Date of Award

1999

Degree Type

Thesis

Degree Name

Bachelor of Science Honours

Faculty

Faculty of Community Services, Education and Social Sciences

First Advisor

Andrew Ellerman

Abstract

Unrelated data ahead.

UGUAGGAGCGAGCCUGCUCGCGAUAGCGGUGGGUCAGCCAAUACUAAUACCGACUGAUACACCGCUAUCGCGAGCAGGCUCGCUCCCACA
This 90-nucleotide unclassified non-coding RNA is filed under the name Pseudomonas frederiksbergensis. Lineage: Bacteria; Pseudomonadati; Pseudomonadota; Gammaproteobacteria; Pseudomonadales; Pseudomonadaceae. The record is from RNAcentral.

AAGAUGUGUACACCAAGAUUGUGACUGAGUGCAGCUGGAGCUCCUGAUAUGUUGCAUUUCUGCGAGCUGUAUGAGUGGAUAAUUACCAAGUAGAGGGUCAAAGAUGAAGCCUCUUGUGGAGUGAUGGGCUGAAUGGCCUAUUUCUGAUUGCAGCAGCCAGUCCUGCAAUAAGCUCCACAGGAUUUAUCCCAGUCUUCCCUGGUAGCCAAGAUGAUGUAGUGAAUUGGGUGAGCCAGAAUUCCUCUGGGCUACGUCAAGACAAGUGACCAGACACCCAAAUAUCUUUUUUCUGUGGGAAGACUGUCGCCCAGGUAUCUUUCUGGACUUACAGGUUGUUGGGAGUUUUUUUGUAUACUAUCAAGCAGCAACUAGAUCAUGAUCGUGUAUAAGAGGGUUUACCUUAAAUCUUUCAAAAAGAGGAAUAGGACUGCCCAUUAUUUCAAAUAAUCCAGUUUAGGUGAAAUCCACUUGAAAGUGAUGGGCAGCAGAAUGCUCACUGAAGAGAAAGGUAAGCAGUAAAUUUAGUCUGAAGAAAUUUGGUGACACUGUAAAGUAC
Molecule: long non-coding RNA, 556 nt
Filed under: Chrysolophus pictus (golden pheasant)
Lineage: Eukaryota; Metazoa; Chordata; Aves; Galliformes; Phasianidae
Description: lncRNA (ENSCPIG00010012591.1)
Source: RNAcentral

This review examines prejudicial actions directed towards outgroups as a function of personal values and the perception of the values held by other groups. Prejudice is a result of social and cognitive categorisation. Although it is well learned, prejudice is not inevitable, if individuals attend to and control their prejudicial thoughts. Pleasurable interaction, cooperation, equal status, and making humanitarian values conspicuous serve to reduce intergroup conflict. It was proposed that values motivate approach and avoidance behaviours directed at outgroups, and both belief congruence theory and expectance-value theory arc relevant in explaining such behaviour.

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